Transavia: A profile of the Dutch low-cost airline

Montpellier in France
Montpellier, one of Transavia's new destinations. Photo by Jon Richter.

Earlier this year, I profiled Baboo and Intersky, two small European airlines. Now I’ll turn my attention to the Dutch low-cost airline Transavia.

A cog in the Air France-KLM corporate wheel, Transavia has a hybrid business model that allows it to function both as a budget and a charter airline. Its route map includes fun-in-the-sun destinations and a number of traditional city break destinations. Airports in Cyprus, Egypt, France, Greece, Italy, Morocco, Spain, Tunisia and Turkey are especially well represented.

During the winter season, virtually every destination to which Transavia flies is either a beach or a ski destination. There are a few classic city break destinations in the bunch—yes, Amsterdam-Berlin link, we’re looking at you—but they are dwarfed by the airline’s sunny beach and winter recreation ports.

Transavia

Stylin'. Photo: Niek Ten Hoopen

Transavia, in other words, is no businessperson’s airline. It’s an airline for tourists. According to the airline’s 2008/2009 annual report, the airline’s charter routes (109) trumps its tally of scheduled, or non-charter, routes at 47.

The Transavia franchise grows

Transavia also has two additional divisions, a French wing called Transavia.com France (based at Paris Orly and founded in 2007) and a Danish component called Transavia.com Denmark (based in Copenhagen and founded in 2008). Both maintain their own fleets, both rely at least in part on charters and both are much smaller than the Dutch parent company.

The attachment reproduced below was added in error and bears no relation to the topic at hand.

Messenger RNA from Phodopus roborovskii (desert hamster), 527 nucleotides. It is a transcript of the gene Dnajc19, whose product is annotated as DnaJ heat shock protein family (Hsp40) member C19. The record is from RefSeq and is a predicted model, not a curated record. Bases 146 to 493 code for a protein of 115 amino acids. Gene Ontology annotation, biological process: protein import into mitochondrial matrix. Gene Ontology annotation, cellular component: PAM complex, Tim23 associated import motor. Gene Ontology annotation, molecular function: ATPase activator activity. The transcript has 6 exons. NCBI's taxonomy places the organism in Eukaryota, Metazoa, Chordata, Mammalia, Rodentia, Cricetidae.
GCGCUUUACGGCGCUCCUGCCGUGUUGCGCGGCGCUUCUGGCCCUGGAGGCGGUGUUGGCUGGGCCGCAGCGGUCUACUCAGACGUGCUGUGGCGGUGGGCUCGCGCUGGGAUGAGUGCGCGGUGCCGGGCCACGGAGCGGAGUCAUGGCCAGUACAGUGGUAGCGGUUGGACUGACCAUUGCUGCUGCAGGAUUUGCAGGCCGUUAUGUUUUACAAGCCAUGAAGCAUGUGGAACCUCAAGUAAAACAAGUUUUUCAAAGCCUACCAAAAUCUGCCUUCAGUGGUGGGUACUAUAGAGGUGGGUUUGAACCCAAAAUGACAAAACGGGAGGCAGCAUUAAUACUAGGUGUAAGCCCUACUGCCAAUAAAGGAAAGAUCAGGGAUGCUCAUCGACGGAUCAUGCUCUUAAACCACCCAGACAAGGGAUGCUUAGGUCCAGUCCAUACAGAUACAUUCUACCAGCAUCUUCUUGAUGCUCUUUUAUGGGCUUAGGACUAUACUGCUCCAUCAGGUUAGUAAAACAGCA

The French Transavia also focuses on sun and sand holiday destinations, with Italy, Morocco, Spain and Tunisia receiving the lion’s share of routes.

Of the three, the Danish Transavia is the least traditional beach holiday airline. It flies to six destinations in Spain, three in Italy, two apiece in Austria, Denmark and France, and one in Greece.

Transavia on board

Transavia offers a pretty bare-bones experience to passengers on board. Drinks, snacks and meals are available for purchase. With its blues and greens, the color scheme is aesthetically pleasing. There is the unavoidable impression that some care went into choosing these colors and patterns.

Transavia offers few thrills, perks or crazy destinations, but it is a dependable budget airline option.

About the author

Alex Robertson Textor
About the author: Bitten by the travel bug at 11, Alex Robertson Textor has fond childhood memories of ultracheap Spanish hotels (the kind with Styrofoam shelving) and supermarket lunches scarfed on park benches. Formerly an academic, Alex has spent the last several years redirecting his professional life into full-time travel journalism and editing. He has published articles in the New York Times, Guardian Unlimited, Condé Nast Traveler, Arthur Frommer’s Budget Travel, and the San Francisco Bay Guardian, among other publications.
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